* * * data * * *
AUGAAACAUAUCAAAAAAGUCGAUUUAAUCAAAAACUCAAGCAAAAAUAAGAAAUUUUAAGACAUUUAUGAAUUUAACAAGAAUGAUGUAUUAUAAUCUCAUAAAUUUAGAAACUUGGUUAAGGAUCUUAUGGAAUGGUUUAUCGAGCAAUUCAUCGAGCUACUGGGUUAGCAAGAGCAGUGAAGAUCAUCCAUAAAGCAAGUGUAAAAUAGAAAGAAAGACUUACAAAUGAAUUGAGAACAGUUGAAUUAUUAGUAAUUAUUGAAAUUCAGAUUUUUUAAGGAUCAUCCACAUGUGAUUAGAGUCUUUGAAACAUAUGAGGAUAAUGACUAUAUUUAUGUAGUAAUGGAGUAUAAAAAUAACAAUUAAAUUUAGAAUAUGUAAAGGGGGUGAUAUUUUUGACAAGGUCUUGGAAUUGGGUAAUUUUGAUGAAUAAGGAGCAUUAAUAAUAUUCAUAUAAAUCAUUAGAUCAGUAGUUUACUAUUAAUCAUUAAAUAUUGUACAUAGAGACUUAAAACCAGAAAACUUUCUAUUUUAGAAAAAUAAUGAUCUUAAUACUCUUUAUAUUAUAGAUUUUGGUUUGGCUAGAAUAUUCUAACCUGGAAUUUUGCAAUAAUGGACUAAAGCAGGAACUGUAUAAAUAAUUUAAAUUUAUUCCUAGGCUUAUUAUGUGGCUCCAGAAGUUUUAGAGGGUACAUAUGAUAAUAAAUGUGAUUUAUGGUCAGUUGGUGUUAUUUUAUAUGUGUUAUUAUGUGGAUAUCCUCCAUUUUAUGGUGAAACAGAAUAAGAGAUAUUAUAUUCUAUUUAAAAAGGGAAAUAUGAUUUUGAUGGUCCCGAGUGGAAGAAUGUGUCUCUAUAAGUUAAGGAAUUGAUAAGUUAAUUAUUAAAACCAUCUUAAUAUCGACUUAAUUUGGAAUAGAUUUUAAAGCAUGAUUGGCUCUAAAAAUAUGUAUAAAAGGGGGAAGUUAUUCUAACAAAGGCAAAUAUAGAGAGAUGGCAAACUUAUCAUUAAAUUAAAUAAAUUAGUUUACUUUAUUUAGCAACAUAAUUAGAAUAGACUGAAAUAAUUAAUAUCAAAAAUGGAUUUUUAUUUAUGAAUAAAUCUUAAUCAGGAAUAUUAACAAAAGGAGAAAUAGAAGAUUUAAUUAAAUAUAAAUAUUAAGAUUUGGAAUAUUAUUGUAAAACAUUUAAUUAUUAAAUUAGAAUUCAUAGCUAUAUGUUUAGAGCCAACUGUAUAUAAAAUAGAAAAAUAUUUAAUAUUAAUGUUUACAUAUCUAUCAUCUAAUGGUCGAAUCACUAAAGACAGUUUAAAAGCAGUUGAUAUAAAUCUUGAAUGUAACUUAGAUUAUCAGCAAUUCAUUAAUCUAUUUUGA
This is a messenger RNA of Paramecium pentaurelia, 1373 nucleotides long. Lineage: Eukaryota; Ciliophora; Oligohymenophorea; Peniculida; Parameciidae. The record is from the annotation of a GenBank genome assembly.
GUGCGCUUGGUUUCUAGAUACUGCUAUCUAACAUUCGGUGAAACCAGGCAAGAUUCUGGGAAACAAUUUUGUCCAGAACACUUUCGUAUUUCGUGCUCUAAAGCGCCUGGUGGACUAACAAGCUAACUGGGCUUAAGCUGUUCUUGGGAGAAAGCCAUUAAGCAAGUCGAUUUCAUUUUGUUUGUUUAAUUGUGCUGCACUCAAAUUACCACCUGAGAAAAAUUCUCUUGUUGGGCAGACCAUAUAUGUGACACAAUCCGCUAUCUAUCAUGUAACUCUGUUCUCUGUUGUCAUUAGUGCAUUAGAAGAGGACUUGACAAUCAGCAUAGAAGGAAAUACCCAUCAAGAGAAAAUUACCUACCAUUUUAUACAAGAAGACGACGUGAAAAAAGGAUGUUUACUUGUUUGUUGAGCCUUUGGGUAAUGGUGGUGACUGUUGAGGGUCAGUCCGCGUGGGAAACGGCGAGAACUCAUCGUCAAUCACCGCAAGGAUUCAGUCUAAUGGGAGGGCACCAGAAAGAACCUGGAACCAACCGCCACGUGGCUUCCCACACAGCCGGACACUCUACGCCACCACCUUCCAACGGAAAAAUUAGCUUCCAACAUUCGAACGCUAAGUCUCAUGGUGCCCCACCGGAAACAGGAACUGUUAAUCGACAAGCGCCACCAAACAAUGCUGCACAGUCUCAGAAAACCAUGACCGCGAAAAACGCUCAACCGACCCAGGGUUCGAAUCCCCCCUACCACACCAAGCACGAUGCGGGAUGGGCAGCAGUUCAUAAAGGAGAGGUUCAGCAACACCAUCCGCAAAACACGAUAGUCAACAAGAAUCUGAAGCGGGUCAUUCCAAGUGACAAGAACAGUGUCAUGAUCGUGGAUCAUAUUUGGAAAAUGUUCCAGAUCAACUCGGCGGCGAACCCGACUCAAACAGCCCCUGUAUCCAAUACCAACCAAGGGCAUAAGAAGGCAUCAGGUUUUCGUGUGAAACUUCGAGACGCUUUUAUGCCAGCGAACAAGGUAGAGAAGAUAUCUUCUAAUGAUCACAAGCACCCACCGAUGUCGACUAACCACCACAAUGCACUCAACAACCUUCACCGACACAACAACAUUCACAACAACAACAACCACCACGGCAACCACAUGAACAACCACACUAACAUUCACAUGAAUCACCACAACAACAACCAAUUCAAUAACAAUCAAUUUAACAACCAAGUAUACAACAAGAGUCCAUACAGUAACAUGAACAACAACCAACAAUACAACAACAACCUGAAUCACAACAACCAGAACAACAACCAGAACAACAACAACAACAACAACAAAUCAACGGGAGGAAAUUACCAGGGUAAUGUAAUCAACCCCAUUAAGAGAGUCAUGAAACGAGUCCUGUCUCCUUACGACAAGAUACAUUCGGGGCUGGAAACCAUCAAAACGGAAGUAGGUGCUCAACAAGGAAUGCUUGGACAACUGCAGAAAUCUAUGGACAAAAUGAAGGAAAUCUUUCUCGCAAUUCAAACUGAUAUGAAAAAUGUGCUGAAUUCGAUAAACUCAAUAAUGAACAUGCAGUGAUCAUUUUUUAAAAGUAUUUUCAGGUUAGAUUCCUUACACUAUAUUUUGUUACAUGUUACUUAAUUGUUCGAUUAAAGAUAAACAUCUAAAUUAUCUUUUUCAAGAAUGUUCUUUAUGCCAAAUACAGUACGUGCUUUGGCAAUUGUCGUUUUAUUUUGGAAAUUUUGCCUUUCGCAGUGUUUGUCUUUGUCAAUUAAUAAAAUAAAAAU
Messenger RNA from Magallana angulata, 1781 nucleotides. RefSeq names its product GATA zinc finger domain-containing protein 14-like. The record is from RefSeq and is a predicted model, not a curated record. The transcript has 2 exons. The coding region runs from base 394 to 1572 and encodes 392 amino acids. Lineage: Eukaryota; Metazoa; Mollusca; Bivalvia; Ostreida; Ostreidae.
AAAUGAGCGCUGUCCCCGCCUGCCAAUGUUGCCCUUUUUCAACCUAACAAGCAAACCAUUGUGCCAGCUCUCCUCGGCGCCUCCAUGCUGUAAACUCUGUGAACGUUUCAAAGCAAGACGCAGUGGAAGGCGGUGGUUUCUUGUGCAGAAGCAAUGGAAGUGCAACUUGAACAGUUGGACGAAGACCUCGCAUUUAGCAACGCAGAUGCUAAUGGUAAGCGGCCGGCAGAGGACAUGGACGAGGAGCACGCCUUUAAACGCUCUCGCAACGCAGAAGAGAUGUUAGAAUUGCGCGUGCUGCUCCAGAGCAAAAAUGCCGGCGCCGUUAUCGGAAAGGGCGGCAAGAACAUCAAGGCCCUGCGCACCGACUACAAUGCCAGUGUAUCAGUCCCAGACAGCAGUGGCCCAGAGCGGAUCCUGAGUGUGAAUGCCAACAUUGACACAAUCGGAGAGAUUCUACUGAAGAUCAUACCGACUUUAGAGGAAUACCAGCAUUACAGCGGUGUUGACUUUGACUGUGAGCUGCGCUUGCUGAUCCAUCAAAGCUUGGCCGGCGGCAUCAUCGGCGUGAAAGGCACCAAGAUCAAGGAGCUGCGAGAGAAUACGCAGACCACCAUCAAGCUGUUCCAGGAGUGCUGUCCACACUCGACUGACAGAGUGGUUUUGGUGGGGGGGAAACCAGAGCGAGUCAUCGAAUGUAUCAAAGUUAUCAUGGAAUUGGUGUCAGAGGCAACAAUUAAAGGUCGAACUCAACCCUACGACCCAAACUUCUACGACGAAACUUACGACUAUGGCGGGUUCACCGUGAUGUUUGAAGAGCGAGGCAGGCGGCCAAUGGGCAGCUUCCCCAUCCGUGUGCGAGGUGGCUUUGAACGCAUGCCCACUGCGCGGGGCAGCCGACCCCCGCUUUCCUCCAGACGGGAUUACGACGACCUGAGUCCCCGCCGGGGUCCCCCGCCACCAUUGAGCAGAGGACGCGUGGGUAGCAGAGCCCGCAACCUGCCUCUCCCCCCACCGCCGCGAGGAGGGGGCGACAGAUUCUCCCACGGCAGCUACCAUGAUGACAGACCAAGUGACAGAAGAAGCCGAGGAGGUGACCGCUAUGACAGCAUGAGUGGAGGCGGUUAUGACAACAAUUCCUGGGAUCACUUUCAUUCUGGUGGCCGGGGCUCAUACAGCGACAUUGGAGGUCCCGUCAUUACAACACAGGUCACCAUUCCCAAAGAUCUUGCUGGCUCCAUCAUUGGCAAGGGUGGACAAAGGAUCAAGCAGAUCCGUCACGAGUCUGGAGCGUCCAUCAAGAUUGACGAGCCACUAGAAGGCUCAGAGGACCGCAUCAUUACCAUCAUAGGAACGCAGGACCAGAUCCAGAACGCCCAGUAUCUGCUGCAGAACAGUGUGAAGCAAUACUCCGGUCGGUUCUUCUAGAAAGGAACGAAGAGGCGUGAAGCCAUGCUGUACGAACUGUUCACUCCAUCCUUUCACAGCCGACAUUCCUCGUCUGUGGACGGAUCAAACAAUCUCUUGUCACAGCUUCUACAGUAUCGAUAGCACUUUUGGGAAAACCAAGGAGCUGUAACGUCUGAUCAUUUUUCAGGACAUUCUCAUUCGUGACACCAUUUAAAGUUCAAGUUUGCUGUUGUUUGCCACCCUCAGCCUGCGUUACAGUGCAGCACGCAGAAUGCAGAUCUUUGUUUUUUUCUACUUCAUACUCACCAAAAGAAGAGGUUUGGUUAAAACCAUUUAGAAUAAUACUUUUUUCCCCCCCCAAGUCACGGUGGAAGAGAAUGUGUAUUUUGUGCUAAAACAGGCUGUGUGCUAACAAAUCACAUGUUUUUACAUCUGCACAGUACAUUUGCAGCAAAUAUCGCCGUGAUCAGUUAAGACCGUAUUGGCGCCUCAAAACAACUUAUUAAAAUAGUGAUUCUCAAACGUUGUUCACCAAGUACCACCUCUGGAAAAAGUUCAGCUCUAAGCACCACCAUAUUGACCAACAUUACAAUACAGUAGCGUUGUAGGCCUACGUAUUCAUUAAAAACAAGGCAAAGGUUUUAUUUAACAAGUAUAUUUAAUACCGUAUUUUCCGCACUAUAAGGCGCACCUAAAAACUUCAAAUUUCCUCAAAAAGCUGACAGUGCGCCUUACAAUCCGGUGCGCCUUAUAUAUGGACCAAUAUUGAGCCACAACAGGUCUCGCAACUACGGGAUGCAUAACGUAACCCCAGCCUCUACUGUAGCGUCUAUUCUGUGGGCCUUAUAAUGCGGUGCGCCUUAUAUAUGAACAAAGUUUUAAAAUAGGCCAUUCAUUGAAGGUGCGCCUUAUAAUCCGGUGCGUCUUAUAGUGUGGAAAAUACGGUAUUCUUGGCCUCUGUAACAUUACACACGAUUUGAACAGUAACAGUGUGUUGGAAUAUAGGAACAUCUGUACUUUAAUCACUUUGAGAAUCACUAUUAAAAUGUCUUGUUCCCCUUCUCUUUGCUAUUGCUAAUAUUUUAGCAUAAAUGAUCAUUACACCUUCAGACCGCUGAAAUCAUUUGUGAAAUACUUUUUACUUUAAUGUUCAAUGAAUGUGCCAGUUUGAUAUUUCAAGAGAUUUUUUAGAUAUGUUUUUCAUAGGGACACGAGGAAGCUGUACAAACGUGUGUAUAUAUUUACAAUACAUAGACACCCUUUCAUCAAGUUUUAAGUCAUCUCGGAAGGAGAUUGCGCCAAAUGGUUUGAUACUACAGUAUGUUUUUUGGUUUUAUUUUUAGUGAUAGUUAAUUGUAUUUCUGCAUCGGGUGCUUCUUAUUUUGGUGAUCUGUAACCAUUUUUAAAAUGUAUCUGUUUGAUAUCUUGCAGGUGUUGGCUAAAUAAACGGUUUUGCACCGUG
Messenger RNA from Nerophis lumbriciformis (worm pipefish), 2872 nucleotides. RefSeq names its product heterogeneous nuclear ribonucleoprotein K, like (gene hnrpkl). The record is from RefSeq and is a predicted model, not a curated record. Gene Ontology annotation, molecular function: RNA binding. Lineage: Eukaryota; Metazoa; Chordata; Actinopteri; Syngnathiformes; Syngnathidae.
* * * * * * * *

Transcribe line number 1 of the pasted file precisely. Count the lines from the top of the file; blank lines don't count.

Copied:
AUGAAACAUAUCAAAAAAGUCGAUUUAAUCAAAAACUCAAGCAAAAAUAAGAAAUUUUAAGACAUUUAUGAAUUUAACAAGAAUGAUGUAUUAUAAUCUCAUAAAUUUAGAAACUUGGUUAAGGAUCUUAUGGAAUGGUUUAUCGAGCAAUUCAUCGAGCUACUGGGUUAGCAAGAGCAGUGAAGAUCAUCCAUAAAGCAAGUGUAAAAUAGAAAGAAAGACUUACAAAUGAAUUGAGAACAGUUGAAUUAUUAGUAAUUAUUGAAAUUCAGAUUUUUUAAGGAUCAUCCACAUGUGAUUAGAGUCUUUGAAACAUAUGAGGAUAAUGACUAUAUUUAUGUAGUAAUGGAGUAUAAAAAUAACAAUUAAAUUUAGAAUAUGUAAAGGGGGUGAUAUUUUUGACAAGGUCUUGGAAUUGGGUAAUUUUGAUGAAUAAGGAGCAUUAAUAAUAUUCAUAUAAAUCAUUAGAUCAGUAGUUUACUAUUAAUCAUUAAAUAUUGUACAUAGAGACUUAAAACCAGAAAACUUUCUAUUUUAGAAAAAUAAUGAUCUUAAUACUCUUUAUAUUAUAGAUUUUGGUUUGGCUAGAAUAUUCUAACCUGGAAUUUUGCAAUAAUGGACUAAAGCAGGAACUGUAUAAAUAAUUUAAAUUUAUUCCUAGGCUUAUUAUGUGGCUCCAGAAGUUUUAGAGGGUACAUAUGAUAAUAAAUGUGAUUUAUGGUCAGUUGGUGUUAUUUUAUAUGUGUUAUUAUGUGGAUAUCCUCCAUUUUAUGGUGAAACAGAAUAAGAGAUAUUAUAUUCUAUUUAAAAAGGGAAAUAUGAUUUUGAUGGUCCCGAGUGGAAGAAUGUGUCUCUAUAAGUUAAGGAAUUGAUAAGUUAAUUAUUAAAACCAUCUUAAUAUCGACUUAAUUUGGAAUAGAUUUUAAAGCAUGAUUGGCUCUAAAAAUAUGUAUAAAAGGGGGAAGUUAUUCUAACAAAGGCAAAUAUAGAGAGAUGGCAAACUUAUCAUUAAAUUAAAUAAAUUAGUUUACUUUAUUUAGCAACAUAAUUAGAAUAGACUGAAAUAAUUAAUAUCAAAAAUGGAUUUUUAUUUAUGAAUAAAUCUUAAUCAGGAAUAUUAACAAAAGGAGAAAUAGAAGAUUUAAUUAAAUAUAAAUAUUAAGAUUUGGAAUAUUAUUGUAAAACAUUUAAUUAUUAAAUUAGAAUUCAUAGCUAUAUGUUUAGAGCCAACUGUAUAUAAAAUAGAAAAAUAUUUAAUAUUAAUGUUUACAUAUCUAUCAUCUAAUGGUCGAAUCACUAAAGACAGUUUAAAAGCAGUUGAUAUAAAUCUUGAAUGUAACUUAGAUUAUCAGCAAUUCAUUAAUCUAUUUUGA